Everybody Has a Story: Good people still do good things in Vancouver USA



What are the odds this could happen to two people in the same family in one week?

I believe. I believe in Random Acts of Kindness. That’s why I’ve had a small sign mentioning it on my refrigerator for years. Why, I’ve even participated in a few over the years, as they are really satisfying. To do something nice for someone and not get found out, just sit back and watch the results when you can. You don’t always get to see the results — it depends on how far afield you have “flung” the act of kindness.

So imagine my delight and surprise when one appeared on my windshield the other evening. I was shopping for groceries, and when I came out of the store I was solely interested in getting home and getting my stuff into the aforementioned refrigerator. I was tired. It had been an eventful day and a rough few weeks. We’d had three deaths in our large circle of family and friends recently. Plus, I’d just taken my mom to enjoy her son and grandson’s winning softball games.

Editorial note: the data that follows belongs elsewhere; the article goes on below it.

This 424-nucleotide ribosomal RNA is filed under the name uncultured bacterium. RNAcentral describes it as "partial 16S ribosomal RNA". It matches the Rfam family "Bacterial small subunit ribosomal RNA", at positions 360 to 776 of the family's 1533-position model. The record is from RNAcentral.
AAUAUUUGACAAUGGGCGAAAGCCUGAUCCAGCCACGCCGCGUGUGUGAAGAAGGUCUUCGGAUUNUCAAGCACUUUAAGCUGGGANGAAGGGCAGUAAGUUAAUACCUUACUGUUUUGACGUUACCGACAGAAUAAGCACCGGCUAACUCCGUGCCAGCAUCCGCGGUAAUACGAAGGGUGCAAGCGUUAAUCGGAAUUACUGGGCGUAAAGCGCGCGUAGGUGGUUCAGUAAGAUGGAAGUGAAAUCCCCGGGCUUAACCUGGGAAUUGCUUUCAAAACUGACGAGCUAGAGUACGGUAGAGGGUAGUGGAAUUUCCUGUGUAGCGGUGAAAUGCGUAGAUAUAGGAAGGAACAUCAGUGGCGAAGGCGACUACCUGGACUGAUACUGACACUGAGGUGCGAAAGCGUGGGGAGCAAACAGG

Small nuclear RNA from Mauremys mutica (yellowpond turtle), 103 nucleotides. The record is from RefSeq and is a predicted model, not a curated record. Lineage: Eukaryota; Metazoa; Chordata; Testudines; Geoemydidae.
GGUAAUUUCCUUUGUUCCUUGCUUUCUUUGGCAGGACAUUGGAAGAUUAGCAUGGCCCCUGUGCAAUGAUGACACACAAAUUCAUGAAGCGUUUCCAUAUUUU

So, intent on getting the task done, I didn’t notice the beautiful sunflower and the note on the windshield until after I actually got behind the wheel of the car.

I hopped out and found the lovely note that someone signed with a heart and “A Random Act of Kindness.” Talk about bringing a smile and a warm glow to this 72-year-old body! I could hardly wait to get home and share the news with my even older husband. Got the flower in water and basked in its warmth for several more days.

A week later, my husband came bopping into the house from grocery shopping with a “You’ll never guess what happened to me at the store” song on his lips.

He’d been waiting in line to pay, and the lady ahead of him, who had a full cart, told him to go ahead as he didn’t have as many things. He declined and said he was in no hurry, but she insisted. So he went ahead. Then she told the checker to put his purchases on her bill. He tried to protest but she insisted.

We were both surprised that he was able to “receive,” as he is used to giving. I am so glad he allowed someone to give him a random act of kindness, as well.

We are both still stunned and thankful and happy. We are glad still to be here in Vancouver USA, where good things do still happen.

Everybody Has a Story welcomes nonfiction contributions, 1,000 words maximum, and relevant photographs. Email is the best way to send materials so we don’t have to retype your words or borrow original photos. Send to: neighbors@columbian.com or P.O. Box 180, Vancouver WA, 98666. Call “Everybody Has an Editor” Scott Hewitt, 360-735-4525, with questions.